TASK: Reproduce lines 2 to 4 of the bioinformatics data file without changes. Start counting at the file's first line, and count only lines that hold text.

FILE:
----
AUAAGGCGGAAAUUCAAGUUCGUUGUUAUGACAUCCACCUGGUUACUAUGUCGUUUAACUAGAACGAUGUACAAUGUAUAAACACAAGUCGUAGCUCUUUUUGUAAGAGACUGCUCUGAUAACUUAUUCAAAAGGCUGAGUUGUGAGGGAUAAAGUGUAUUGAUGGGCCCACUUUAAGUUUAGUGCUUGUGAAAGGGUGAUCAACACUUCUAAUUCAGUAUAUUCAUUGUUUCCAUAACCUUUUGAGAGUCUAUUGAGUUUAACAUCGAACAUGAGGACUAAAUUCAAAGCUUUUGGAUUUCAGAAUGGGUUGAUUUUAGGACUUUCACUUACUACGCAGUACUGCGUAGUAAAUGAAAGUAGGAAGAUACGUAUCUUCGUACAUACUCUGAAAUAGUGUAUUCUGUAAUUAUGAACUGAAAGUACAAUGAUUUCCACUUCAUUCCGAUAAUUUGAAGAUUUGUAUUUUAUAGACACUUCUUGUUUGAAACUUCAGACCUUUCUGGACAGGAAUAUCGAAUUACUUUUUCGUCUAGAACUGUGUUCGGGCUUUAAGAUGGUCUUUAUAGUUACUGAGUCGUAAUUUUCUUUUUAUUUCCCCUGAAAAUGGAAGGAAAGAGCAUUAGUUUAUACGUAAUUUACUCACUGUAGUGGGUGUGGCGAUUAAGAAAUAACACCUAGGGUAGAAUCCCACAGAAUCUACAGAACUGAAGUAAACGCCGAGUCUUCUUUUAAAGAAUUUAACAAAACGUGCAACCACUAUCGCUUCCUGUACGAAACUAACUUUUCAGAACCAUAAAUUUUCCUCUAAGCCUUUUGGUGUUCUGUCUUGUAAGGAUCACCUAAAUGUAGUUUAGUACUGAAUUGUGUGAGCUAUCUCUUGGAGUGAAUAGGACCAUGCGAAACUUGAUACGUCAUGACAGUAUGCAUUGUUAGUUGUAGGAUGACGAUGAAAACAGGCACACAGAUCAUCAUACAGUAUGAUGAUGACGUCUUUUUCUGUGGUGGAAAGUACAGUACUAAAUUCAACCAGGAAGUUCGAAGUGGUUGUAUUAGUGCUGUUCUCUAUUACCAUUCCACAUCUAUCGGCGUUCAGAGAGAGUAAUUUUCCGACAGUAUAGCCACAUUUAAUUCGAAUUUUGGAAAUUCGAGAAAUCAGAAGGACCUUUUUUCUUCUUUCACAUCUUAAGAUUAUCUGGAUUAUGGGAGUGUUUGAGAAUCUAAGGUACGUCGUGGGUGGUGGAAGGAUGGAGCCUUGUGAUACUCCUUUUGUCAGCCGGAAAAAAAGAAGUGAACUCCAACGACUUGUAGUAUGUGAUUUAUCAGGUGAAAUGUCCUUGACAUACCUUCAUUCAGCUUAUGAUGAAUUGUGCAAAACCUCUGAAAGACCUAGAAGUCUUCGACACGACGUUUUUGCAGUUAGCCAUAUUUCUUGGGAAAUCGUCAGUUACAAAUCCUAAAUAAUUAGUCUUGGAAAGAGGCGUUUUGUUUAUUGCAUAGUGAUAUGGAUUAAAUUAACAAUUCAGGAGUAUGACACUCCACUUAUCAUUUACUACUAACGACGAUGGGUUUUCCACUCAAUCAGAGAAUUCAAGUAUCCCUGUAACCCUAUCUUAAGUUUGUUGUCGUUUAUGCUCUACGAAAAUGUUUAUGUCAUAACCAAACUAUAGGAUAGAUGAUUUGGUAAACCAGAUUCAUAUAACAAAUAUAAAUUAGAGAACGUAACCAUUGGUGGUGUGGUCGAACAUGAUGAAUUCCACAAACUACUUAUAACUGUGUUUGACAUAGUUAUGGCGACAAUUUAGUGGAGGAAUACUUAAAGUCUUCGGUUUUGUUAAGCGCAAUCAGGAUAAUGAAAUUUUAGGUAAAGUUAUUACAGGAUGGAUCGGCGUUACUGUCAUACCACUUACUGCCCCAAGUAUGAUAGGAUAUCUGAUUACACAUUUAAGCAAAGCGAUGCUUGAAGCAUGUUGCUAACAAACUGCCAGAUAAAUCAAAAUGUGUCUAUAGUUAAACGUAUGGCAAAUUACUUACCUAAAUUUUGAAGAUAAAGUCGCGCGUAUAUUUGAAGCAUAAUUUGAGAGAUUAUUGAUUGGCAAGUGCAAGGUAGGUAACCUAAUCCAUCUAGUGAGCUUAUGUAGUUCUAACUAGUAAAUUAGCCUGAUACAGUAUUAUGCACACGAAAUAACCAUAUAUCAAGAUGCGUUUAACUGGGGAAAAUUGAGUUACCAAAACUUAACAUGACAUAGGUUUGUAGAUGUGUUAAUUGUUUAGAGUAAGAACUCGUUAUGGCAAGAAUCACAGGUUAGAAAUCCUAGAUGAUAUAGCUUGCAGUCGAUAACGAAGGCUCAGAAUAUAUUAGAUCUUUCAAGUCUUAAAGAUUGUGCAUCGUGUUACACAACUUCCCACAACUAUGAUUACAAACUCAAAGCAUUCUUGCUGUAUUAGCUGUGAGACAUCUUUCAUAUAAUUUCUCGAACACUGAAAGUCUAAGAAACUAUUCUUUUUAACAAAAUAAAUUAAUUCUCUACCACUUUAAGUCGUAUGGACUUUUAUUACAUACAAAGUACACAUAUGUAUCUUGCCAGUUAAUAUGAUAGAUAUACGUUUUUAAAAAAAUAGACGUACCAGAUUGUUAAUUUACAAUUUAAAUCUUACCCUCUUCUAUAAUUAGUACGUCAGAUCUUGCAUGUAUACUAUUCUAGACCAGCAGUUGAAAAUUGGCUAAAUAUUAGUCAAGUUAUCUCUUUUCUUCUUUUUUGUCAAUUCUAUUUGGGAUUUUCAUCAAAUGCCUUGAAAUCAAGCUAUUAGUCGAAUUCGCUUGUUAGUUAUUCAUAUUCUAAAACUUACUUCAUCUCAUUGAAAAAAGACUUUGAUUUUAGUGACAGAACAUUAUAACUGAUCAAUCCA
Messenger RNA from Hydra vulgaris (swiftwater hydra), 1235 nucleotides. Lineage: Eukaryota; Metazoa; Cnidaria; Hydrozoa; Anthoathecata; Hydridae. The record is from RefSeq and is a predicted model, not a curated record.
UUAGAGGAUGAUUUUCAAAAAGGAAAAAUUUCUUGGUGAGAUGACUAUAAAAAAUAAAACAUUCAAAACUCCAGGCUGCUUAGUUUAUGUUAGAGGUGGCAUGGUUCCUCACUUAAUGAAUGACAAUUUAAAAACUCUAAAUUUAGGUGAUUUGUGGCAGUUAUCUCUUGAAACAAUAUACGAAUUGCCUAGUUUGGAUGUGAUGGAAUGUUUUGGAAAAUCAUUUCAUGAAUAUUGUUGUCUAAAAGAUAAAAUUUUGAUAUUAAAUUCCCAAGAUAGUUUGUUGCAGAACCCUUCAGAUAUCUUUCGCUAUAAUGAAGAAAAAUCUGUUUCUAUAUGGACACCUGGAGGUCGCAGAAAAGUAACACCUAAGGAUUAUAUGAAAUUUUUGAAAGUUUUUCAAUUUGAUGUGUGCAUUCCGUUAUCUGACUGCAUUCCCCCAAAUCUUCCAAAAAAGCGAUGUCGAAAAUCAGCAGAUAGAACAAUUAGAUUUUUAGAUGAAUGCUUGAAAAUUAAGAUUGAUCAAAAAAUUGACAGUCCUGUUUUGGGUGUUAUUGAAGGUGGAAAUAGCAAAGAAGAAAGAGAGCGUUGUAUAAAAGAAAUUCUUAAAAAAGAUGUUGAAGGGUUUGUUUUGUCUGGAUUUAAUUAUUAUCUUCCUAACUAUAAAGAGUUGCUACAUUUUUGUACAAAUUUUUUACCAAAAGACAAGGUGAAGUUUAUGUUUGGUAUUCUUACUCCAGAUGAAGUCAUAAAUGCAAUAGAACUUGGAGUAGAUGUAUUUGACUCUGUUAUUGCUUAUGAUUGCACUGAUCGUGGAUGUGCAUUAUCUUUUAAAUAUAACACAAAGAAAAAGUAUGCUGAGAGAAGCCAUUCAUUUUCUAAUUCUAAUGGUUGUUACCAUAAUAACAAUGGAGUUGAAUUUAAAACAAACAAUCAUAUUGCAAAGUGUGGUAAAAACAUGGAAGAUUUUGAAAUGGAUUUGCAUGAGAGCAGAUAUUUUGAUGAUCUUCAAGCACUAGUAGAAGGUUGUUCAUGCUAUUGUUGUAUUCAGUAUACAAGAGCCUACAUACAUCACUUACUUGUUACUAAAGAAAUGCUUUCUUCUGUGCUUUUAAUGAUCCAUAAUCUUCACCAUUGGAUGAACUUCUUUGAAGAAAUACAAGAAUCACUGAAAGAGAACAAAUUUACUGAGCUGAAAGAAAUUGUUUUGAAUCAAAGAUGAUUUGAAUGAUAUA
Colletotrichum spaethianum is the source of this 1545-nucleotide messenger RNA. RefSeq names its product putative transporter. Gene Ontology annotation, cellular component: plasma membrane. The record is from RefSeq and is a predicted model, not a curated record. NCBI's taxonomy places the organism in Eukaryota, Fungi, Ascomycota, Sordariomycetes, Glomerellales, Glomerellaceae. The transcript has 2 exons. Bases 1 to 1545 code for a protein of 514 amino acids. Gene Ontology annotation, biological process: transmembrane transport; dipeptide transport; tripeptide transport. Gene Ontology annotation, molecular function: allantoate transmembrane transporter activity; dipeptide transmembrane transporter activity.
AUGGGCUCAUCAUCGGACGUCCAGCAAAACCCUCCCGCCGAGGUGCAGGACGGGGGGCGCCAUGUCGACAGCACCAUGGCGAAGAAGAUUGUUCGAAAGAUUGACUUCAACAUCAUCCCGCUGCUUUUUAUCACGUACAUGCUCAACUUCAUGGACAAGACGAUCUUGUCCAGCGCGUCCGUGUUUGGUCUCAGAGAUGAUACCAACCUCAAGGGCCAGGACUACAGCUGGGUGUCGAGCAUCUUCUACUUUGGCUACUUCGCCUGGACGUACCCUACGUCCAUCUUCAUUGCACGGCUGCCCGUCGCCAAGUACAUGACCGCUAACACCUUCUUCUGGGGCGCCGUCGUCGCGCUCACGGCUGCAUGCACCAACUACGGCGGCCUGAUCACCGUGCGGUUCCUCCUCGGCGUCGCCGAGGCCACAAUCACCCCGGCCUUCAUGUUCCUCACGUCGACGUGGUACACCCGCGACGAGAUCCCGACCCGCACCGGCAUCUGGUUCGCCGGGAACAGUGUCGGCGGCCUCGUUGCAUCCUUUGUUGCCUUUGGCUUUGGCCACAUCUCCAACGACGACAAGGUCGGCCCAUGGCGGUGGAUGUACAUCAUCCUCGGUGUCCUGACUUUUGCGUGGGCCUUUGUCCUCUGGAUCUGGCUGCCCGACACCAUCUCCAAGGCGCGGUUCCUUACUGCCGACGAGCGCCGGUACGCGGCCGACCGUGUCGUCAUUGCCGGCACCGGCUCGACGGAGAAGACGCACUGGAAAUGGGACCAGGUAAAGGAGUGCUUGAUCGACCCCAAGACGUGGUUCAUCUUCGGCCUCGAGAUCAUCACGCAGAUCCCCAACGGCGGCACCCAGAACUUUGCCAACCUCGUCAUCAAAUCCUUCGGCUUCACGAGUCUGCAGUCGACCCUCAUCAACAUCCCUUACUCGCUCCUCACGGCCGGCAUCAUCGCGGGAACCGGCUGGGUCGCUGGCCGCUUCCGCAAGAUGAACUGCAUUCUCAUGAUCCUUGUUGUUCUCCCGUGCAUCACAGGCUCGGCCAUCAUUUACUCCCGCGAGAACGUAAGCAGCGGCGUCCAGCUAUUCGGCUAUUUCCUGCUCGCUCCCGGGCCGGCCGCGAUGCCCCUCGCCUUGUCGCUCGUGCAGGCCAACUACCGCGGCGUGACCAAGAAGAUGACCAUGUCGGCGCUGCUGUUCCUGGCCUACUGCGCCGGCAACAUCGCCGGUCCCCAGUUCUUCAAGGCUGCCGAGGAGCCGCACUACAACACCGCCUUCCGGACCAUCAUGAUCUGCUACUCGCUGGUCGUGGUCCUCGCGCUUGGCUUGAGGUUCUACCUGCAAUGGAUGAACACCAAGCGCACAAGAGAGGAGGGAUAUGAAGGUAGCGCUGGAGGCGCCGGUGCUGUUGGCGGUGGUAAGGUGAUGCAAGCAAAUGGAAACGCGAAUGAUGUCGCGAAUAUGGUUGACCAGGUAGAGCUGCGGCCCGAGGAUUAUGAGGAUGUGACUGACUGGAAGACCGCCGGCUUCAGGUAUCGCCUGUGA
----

Messenger RNA from Hydra vulgaris (swiftwater hydra), 1235 nucleotides. Lineage: Eukaryota; Metazoa; Cnidaria; Hydrozoa; Anthoathecata; Hydridae. The record is from RefSeq and is a predicted model, not a curated record.
UUAGAGGAUGAUUUUCAAAAAGGAAAAAUUUCUUGGUGAGAUGACUAUAAAAAAUAAAACAUUCAAAACUCCAGGCUGCUUAGUUUAUGUUAGAGGUGGCAUGGUUCCUCACUUAAUGAAUGACAAUUUAAAAACUCUAAAUUUAGGUGAUUUGUGGCAGUUAUCUCUUGAAACAAUAUACGAAUUGCCUAGUUUGGAUGUGAUGGAAUGUUUUGGAAAAUCAUUUCAUGAAUAUUGUUGUCUAAAAGAUAAAAUUUUGAUAUUAAAUUCCCAAGAUAGUUUGUUGCAGAACCCUUCAGAUAUCUUUCGCUAUAAUGAAGAAAAAUCUGUUUCUAUAUGGACACCUGGAGGUCGCAGAAAAGUAACACCUAAGGAUUAUAUGAAAUUUUUGAAAGUUUUUCAAUUUGAUGUGUGCAUUCCGUUAUCUGACUGCAUUCCCCCAAAUCUUCCAAAAAAGCGAUGUCGAAAAUCAGCAGAUAGAACAAUUAGAUUUUUAGAUGAAUGCUUGAAAAUUAAGAUUGAUCAAAAAAUUGACAGUCCUGUUUUGGGUGUUAUUGAAGGUGGAAAUAGCAAAGAAGAAAGAGAGCGUUGUAUAAAAGAAAUUCUUAAAAAAGAUGUUGAAGGGUUUGUUUUGUCUGGAUUUAAUUAUUAUCUUCCUAACUAUAAAGAGUUGCUACAUUUUUGUACAAAUUUUUUACCAAAAGACAAGGUGAAGUUUAUGUUUGGUAUUCUUACUCCAGAUGAAGUCAUAAAUGCAAUAGAACUUGGAGUAGAUGUAUUUGACUCUGUUAUUGCUUAUGAUUGCACUGAUCGUGGAUGUGCAUUAUCUUUUAAAUAUAACACAAAGAAAAAGUAUGCUGAGAGAAGCCAUUCAUUUUCUAAUUCUAAUGGUUGUUACCAUAAUAACAAUGGAGUUGAAUUUAAAACAAACAAUCAUAUUGCAAAGUGUGGUAAAAACAUGGAAGAUUUUGAAAUGGAUUUGCAUGAGAGCAGAUAUUUUGAUGAUCUUCAAGCACUAGUAGAAGGUUGUUCAUGCUAUUGUUGUAUUCAGUAUACAAGAGCCUACAUACAUCACUUACUUGUUACUAAAGAAAUGCUUUCUUCUGUGCUUUUAAUGAUCCAUAAUCUUCACCAUUGGAUGAACUUCUUUGAAGAAAUACAAGAAUCACUGAAAGAGAACAAAUUUACUGAGCUGAAAGAAAUUGUUUUGAAUCAAAGAUGAUUUGAAUGAUAUA
Colletotrichum spaethianum is the source of this 1545-nucleotide messenger RNA. RefSeq names its product putative transporter. Gene Ontology annotation, cellular component: plasma membrane. The record is from RefSeq and is a predicted model, not a curated record. NCBI's taxonomy places the organism in Eukaryota, Fungi, Ascomycota, Sordariomycetes, Glomerellales, Glomerellaceae. The transcript has 2 exons. Bases 1 to 1545 code for a protein of 514 amino acids. Gene Ontology annotation, biological process: transmembrane transport; dipeptide transport; tripeptide transport. Gene Ontology annotation, molecular function: allantoate transmembrane transporter activity; dipeptide transmembrane transporter activity.